International Medical Education: Do we have a responsibility to help?
by James Smith, MD, FACS
Today's Christian Doctor - Summer 2011
Have you ever thought what it would be like to have recently been married at the age of sixteen, and to now be expecting your first baby, not with joy, but with fear and trepidation? Why the latter? In Sub-Saharan Africa, residents don’t know that they have a 5% chance of needing a Cesarean section, or that they have a 5% chance of actually receiving that life-saving procedure. All they know is that they had friends in their village die in childbirth.
Such are the realties of available healthcare in much of the developing world, but nowhere are healthcare needs as desperate as in Sub-Saharan Africa. They have 11% of the world’s population, 24% of the global burden of disease, but only 2-3% of the world’s healthcare workers. In the field of surgery, 30% of the world’s population receives 75% of the world’s surgical procedures, but the poorer 1/3 receives only 3.5% of all surgical procedures. In Table 1, you can see the ratio of surgeons per population. To bring the numbers into perspective, the population of the US from the Mississippi River to the west coast, leaving out California, is about seventy-five million. Imagine that there are 120 surgeons for all of this population, but more than 100 of them live in Denver, and they only cater to the wealthy and prominent members of society. If you are poor and live in rural North Dakota, what are your chances of receiving even lifesaving emergency care?
So much for the need. You may be asking, don’t they have medical schools and train other healthcare workers such as pharmacists, nurses, and so on? They do, but there is that little problem, “the brain drain.” Zambia retained less than 10% of the doctors it trained from 1978 to 1999. A recent survey of Nigerian medical students showed that greater than 60% plan to emigrate. You may be thinking, why can’t they stay and help their own people, rather than leaving for greener pastures in an affluent country? I think the reason can be summed up in one word, OPPORTUNITY! The best students who do stay often choose public health or infectious disease as the best careers. Why? In those two fields, you have the best chance to land a job with an NGO or WHO. These two groups pay two to four times as much as government hospitals, and you have the possibility of being transferred to a developed country. Before we are too critical of their choices, we must ask what we would do if we made less than $1,000 a month, had to worry about our personal safety or that of our family, lacked basic medicines and were short on surgical supplies if we had any at all, and were then approached by a recruiter from a developed country with an opportunity that would solve all of those problems. Would you and I stay? Of course not.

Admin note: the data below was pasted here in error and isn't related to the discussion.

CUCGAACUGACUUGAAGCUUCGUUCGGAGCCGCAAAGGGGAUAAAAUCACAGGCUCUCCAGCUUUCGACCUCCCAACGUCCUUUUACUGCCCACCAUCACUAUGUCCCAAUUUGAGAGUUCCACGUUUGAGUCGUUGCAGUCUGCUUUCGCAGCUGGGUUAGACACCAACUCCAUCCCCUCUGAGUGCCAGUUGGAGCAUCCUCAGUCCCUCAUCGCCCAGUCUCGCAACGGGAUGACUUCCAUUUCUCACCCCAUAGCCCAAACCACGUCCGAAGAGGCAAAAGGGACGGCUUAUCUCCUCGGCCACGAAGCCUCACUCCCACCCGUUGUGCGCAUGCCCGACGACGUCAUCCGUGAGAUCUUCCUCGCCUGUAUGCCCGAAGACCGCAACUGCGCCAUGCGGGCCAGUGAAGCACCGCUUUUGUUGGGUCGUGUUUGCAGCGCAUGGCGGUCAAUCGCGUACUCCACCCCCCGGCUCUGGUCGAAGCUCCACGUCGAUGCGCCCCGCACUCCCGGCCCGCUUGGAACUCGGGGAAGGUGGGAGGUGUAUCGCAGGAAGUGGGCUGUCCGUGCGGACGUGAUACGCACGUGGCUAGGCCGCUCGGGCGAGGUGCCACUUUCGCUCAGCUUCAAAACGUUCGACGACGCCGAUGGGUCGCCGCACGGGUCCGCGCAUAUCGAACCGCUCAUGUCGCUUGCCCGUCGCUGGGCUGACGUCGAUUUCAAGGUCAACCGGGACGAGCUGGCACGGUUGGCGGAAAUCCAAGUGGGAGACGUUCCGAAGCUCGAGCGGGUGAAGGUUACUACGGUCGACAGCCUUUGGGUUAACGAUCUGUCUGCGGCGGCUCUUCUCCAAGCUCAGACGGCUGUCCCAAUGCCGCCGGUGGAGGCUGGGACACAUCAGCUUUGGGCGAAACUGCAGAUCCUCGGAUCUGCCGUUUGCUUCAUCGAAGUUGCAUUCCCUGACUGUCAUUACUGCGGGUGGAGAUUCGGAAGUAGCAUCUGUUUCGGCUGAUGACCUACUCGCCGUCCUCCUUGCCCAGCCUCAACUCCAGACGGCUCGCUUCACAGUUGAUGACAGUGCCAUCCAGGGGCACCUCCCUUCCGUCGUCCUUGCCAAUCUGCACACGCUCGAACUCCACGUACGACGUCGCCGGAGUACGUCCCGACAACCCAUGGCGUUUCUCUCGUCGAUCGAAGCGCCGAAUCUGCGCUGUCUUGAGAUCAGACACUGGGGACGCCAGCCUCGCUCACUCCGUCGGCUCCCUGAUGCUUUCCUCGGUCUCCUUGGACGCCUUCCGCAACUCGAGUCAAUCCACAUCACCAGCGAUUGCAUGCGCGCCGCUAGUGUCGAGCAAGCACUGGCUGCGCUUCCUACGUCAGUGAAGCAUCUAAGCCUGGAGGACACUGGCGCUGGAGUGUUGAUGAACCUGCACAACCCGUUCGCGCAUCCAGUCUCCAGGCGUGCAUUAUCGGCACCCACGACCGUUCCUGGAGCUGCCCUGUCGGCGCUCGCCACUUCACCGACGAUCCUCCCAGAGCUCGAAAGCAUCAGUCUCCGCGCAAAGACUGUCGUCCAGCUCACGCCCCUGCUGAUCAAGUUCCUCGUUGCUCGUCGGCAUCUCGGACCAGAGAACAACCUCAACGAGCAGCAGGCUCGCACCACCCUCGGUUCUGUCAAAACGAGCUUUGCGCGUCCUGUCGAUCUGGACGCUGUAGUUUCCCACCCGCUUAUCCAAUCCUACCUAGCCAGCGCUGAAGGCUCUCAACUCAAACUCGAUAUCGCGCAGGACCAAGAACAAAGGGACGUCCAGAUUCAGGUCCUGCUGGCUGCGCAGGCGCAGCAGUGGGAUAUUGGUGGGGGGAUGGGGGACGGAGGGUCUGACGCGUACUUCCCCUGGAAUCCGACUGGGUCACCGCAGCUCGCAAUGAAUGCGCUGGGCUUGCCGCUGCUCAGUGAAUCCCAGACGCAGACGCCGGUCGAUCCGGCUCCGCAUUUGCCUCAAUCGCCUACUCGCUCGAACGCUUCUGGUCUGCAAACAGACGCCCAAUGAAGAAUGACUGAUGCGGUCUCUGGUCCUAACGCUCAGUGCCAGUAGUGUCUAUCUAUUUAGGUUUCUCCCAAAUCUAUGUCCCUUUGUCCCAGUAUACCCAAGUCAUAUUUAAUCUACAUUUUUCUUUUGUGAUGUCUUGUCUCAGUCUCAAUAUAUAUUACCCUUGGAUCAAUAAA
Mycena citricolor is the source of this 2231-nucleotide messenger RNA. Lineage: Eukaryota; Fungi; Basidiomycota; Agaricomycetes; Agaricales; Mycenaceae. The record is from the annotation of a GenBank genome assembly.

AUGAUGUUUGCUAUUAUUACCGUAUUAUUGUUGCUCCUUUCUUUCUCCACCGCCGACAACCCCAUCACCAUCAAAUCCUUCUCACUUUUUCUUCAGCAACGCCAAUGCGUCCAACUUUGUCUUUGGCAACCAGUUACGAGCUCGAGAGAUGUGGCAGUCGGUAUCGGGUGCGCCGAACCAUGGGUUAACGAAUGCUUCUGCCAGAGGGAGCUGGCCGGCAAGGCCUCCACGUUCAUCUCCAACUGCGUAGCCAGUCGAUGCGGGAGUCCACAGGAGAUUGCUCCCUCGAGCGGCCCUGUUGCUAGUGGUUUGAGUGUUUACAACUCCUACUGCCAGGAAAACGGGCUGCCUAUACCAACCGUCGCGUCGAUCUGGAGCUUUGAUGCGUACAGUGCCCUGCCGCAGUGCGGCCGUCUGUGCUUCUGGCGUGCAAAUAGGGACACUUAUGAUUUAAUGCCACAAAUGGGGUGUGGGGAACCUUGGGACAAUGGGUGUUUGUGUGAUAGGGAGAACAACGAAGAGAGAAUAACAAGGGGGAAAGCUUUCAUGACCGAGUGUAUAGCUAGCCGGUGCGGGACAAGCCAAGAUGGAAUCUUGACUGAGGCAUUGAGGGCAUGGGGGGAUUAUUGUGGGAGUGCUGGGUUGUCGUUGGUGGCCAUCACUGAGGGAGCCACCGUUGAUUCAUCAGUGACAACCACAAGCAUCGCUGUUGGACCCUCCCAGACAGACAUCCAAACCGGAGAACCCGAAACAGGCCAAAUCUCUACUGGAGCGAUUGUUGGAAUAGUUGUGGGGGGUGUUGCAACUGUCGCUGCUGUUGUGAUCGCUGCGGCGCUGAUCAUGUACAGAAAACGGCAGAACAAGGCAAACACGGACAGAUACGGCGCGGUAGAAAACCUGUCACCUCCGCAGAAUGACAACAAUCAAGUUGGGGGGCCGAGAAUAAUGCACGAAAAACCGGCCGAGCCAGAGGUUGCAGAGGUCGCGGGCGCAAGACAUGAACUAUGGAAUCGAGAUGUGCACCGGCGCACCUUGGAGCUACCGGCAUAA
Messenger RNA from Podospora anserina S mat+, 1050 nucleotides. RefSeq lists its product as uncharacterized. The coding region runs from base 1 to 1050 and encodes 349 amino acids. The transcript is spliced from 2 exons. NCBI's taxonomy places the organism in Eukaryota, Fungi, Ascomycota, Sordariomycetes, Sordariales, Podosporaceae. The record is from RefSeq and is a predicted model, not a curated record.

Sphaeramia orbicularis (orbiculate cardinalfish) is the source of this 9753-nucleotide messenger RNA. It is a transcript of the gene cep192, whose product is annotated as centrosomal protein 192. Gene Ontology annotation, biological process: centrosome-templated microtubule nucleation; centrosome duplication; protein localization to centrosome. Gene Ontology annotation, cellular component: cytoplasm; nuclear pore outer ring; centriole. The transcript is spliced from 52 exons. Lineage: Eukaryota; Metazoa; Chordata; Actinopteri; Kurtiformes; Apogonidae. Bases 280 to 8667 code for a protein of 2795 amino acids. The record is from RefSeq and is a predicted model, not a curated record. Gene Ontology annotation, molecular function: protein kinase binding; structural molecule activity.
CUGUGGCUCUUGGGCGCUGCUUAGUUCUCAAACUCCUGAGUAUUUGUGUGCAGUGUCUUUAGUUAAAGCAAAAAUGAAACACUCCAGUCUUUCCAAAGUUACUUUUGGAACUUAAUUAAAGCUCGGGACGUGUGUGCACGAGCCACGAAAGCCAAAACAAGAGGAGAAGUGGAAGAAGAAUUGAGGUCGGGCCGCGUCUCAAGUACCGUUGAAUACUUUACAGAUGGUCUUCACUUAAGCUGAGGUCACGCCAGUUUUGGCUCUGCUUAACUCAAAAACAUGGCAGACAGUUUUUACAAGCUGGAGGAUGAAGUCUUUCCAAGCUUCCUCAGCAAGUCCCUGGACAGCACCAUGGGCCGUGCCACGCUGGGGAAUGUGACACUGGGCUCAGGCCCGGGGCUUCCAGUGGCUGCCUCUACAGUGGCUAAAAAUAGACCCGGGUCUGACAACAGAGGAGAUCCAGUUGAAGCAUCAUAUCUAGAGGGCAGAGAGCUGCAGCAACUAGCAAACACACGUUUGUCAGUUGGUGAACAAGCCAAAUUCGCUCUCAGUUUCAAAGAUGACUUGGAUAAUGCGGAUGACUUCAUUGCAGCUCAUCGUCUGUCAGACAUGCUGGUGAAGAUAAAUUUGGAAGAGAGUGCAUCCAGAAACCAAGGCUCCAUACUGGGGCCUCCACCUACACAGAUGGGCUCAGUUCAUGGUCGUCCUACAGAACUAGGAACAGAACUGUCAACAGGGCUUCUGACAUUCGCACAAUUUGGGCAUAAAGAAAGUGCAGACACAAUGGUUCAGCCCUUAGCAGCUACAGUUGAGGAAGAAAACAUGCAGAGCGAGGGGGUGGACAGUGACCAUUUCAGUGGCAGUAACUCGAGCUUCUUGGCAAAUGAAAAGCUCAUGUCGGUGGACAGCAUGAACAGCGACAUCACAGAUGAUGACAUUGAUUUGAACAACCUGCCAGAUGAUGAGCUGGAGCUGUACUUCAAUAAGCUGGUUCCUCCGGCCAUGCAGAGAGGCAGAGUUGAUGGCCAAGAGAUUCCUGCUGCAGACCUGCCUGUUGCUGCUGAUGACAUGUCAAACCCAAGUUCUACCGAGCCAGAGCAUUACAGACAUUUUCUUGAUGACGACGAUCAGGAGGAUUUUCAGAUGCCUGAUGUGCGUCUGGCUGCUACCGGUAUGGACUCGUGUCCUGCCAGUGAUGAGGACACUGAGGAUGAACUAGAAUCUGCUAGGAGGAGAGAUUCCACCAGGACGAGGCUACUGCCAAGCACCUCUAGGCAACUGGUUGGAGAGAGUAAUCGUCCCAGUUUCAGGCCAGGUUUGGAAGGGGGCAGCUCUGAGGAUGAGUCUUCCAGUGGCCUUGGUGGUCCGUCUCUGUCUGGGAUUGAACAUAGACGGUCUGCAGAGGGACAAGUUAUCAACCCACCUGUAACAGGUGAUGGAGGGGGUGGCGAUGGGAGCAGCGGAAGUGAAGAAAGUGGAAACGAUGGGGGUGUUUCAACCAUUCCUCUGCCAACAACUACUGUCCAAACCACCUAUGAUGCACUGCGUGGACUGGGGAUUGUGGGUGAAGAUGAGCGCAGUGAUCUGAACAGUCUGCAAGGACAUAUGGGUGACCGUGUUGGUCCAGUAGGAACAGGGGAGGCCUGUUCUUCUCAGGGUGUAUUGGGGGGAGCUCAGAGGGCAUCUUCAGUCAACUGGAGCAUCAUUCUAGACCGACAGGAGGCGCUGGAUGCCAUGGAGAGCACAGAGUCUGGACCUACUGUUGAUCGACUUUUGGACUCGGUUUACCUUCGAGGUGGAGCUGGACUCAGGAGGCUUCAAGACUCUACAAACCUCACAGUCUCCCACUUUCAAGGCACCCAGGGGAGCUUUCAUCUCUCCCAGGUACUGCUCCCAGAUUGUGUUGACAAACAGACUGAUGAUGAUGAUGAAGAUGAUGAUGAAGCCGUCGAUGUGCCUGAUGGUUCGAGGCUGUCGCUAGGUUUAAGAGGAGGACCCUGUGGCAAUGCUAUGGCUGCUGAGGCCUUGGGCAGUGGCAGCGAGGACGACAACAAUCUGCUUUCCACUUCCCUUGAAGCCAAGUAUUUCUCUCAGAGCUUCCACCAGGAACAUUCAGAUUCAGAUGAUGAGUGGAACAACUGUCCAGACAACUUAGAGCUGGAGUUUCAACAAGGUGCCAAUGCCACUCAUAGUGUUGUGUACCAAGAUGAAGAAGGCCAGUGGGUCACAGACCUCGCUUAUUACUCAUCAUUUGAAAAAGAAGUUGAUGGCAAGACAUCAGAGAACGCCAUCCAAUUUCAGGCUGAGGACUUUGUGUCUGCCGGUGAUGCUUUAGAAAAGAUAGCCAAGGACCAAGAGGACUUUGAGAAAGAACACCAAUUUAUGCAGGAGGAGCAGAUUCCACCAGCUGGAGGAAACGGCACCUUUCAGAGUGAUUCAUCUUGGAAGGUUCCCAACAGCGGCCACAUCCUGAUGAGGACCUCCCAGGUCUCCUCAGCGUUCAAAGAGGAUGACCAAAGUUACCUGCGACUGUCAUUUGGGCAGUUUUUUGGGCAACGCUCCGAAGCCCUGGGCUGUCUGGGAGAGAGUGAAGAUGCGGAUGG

The reasons are myriad. It is easy for us to blame and point to corrupt governments, the billions of dollars of aid poured into these countries over the last fifty years, a wrong worldview, or a poor work ethic. We could say it is their own fault or that the statistics I have presented are too overwhelming to even try to help. But then there are those multiple admonitions in both the Old and New Testaments in which God tells us over and over again to help the widow, the orphan, the poor, and the stranger in the land, all of whom have no protector. So can we make a difference?
I am convinced that medical education and training can make a difference, not just in medical knowledge, but in modeling how to treat patients on both a spiritual and personal level. I would like to highlight two missionaries who have used medical education to advance the Kingdom of God.